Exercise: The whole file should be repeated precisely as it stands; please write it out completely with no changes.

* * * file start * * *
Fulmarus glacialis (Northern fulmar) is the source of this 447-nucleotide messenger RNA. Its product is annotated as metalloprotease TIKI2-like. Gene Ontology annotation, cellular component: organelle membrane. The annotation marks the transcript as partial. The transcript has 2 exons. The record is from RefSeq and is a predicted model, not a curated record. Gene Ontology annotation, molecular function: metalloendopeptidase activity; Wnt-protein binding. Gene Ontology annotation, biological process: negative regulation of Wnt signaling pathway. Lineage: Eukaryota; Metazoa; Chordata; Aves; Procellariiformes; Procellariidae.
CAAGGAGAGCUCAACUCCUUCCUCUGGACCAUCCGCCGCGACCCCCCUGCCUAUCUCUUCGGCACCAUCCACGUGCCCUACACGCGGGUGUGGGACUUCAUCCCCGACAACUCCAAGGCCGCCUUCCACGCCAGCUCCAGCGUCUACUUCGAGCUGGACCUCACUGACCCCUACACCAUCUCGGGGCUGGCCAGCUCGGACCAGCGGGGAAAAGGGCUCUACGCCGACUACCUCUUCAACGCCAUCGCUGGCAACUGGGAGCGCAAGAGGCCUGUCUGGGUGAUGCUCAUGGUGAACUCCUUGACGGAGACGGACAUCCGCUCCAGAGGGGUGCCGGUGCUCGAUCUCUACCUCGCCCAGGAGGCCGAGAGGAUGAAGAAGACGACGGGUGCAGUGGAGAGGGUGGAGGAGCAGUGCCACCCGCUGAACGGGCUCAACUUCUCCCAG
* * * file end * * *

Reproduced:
Fulmarus glacialis (Northern fulmar) is the source of this 447-nucleotide messenger RNA. Its product is annotated as metalloprotease TIKI2-like. Gene Ontology annotation, cellular component: organelle membrane. The annotation marks the transcript as partial. The transcript has 2 exons. The record is from RefSeq and is a predicted model, not a curated record. Gene Ontology annotation, molecular function: metalloendopeptidase activity; Wnt-protein binding. Gene Ontology annotation, biological process: negative regulation of Wnt signaling pathway. Lineage: Eukaryota; Metazoa; Chordata; Aves; Procellariiformes; Procellariidae.
CAAGGAGAGCUCAACUCCUUCCUCUGGACCAUCCGCCGCGACCCCCCUGCCUAUCUCUUCGGCACCAUCCACGUGCCCUACACGCGGGUGUGGGACUUCAUCCCCGACAACUCCAAGGCCGCCUUCCACGCCAGCUCCAGCGUCUACUUCGAGCUGGACCUCACUGACCCCUACACCAUCUCGGGGCUGGCCAGCUCGGACCAGCGGGGAAAAGGGCUCUACGCCGACUACCUCUUCAACGCCAUCGCUGGCAACUGGGAGCGCAAGAGGCCUGUCUGGGUGAUGCUCAUGGUGAACUCCUUGACGGAGACGGACAUCCGCUCCAGAGGGGUGCCGGUGCUCGAUCUCUACCUCGCCCAGGAGGCCGAGAGGAUGAAGAAGACGACGGGUGCAGUGGAGAGGGUGGAGGAGCAGUGCCACCCGCUGAACGGGCUCAACUUCUCCCAG